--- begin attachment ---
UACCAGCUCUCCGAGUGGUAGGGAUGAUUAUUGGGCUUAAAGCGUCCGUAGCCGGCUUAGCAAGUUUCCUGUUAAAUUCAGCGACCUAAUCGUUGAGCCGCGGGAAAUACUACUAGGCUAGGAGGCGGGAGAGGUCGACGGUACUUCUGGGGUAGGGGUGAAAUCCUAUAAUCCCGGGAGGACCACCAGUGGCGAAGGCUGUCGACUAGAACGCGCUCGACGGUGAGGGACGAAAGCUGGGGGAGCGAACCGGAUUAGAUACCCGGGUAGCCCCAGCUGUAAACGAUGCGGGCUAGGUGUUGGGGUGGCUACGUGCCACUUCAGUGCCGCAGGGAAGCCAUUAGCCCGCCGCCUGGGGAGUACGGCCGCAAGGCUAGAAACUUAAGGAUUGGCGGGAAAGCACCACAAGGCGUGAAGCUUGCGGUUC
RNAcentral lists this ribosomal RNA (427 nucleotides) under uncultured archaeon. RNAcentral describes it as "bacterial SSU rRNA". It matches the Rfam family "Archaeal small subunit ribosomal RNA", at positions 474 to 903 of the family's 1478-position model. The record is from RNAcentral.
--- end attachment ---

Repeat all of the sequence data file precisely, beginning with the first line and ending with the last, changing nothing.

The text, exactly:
UACCAGCUCUCCGAGUGGUAGGGAUGAUUAUUGGGCUUAAAGCGUCCGUAGCCGGCUUAGCAAGUUUCCUGUUAAAUUCAGCGACCUAAUCGUUGAGCCGCGGGAAAUACUACUAGGCUAGGAGGCGGGAGAGGUCGACGGUACUUCUGGGGUAGGGGUGAAAUCCUAUAAUCCCGGGAGGACCACCAGUGGCGAAGGCUGUCGACUAGAACGCGCUCGACGGUGAGGGACGAAAGCUGGGGGAGCGAACCGGAUUAGAUACCCGGGUAGCCCCAGCUGUAAACGAUGCGGGCUAGGUGUUGGGGUGGCUACGUGCCACUUCAGUGCCGCAGGGAAGCCAUUAGCCCGCCGCCUGGGGAGUACGGCCGCAAGGCUAGAAACUUAAGGAUUGGCGGGAAAGCACCACAAGGCGUGAAGCUUGCGGUUC
RNAcentral lists this ribosomal RNA (427 nucleotides) under uncultured archaeon. RNAcentral describes it as "bacterial SSU rRNA". It matches the Rfam family "Archaeal small subunit ribosomal RNA", at positions 474 to 903 of the family's 1478-position model. The record is from RNAcentral.